WICHITA, Kan. (AP) -- A federal appeals court sided Tuesday with Spirit AeroSystems in a labor dispute stemming from the way the Wichita-based aircraft parts maker evaluates employee performance.
The 10th Circuit Court of Appeals found that the district properly refused the union's efforts to compel arbitration over the issue.
Company spokesman Ken Evans declined comment. The union did not immediately respond Wednesday to phone and email messages seeking comment.
At issue in the dispute is the contention by The Society of Professional Engineering Employees in Aerospace that it was not consulted when the company changed its method of evaluating employees.
In response, the company denied the union grievance, arguing its collective bargaining agreement excluded disputes about employee evaluations from the usual grievance process. It also contended the union's allegations were invalid.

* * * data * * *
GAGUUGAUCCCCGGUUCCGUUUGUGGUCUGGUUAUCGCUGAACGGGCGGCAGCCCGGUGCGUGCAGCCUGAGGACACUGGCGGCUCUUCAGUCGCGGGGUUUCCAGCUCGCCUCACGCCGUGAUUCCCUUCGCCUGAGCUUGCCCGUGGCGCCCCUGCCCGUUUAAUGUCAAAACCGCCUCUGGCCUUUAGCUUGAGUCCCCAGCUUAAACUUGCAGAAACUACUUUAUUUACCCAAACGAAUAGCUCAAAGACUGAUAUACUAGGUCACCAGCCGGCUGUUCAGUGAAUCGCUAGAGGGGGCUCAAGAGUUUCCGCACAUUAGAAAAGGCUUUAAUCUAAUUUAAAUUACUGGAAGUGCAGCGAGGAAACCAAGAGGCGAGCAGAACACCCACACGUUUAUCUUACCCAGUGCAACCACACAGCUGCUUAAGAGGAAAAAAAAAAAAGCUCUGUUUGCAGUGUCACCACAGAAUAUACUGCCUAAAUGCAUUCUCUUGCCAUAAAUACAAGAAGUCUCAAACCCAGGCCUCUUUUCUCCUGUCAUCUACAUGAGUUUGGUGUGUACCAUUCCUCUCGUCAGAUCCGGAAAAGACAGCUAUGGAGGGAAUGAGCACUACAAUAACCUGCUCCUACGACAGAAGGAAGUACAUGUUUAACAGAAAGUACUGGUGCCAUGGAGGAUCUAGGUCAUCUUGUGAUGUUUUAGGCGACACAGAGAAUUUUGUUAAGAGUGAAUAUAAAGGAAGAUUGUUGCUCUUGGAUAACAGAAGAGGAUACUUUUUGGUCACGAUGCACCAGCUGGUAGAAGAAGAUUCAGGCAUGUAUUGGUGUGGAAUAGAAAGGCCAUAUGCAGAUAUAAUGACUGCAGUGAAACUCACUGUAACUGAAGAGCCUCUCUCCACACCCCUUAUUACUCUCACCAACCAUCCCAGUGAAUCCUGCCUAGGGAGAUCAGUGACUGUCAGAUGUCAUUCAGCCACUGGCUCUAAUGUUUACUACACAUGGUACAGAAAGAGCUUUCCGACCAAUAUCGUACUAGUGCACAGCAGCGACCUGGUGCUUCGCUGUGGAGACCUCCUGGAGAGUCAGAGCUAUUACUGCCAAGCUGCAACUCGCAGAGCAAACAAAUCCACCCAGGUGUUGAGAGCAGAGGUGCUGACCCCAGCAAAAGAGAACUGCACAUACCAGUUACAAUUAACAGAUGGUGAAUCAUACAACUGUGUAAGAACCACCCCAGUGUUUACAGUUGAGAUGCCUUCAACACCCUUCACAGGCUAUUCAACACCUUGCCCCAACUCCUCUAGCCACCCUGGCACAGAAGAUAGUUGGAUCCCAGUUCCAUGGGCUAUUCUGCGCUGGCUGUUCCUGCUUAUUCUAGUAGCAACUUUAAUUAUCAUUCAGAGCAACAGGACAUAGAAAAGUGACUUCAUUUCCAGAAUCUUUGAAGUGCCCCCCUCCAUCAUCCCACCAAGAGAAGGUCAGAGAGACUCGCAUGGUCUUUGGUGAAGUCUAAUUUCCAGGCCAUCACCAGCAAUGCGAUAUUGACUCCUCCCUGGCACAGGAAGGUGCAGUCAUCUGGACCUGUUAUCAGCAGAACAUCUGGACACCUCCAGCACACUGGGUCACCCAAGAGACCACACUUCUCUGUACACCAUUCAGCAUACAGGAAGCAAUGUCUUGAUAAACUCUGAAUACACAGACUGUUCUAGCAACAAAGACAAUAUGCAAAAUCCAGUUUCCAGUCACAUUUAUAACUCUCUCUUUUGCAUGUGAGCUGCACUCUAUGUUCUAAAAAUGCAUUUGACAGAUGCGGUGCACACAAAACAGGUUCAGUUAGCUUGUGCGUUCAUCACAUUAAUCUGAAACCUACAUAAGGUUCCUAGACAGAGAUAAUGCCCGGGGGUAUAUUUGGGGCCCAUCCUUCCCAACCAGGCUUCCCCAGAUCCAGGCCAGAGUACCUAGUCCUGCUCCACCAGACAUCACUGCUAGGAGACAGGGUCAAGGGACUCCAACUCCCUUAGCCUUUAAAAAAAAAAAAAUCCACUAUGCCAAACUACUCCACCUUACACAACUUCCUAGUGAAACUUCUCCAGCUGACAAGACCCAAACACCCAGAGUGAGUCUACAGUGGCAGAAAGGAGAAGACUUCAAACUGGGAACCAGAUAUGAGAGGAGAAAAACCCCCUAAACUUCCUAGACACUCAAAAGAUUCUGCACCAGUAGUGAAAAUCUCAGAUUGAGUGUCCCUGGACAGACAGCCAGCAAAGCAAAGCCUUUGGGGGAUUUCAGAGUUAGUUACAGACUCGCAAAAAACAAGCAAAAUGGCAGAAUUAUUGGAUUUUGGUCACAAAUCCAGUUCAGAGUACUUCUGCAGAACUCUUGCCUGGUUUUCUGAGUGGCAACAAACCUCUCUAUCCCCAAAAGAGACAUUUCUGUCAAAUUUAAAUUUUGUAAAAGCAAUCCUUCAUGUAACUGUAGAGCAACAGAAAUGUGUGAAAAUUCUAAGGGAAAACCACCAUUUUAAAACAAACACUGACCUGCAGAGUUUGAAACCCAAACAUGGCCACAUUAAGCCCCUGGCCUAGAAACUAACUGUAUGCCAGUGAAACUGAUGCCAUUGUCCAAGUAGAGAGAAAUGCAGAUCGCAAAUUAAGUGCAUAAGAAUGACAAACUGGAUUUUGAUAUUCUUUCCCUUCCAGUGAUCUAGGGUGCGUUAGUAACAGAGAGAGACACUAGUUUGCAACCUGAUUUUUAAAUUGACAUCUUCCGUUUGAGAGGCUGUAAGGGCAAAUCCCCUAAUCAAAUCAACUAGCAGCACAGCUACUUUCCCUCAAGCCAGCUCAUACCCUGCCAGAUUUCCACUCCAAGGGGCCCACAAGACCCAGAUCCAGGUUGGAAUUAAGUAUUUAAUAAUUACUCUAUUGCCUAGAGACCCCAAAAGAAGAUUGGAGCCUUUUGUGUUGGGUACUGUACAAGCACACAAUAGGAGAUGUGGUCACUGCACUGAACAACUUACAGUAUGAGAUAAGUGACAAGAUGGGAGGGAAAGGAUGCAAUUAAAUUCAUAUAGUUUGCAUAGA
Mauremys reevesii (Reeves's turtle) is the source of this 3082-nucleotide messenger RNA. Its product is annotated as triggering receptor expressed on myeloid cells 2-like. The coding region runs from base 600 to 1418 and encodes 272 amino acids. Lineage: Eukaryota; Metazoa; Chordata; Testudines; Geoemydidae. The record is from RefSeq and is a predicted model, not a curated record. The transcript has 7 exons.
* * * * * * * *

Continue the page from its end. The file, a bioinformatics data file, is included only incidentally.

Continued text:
SPEEA then demanded arbitration. After reaching an impasse about the availability, the union sued in federal court in a move to force Spirit AeroSystems to arbitrate the grievance over the job evaluations.
U.S. District Judge J. Thomas Marten granted summary judgment last year to the company, finding that the parties' collective bargaining agreement does not provide for arbitration over disputes about the employee performance process. The 10th Circuit agreed.
In its ruling, the appeals court found that the grievance procedure outlined in the labor contract applies only to individuals rather than class-wide dispute brought by the union. The court also agreed with the company that the only exception is a lockout, which was not the situation in this case.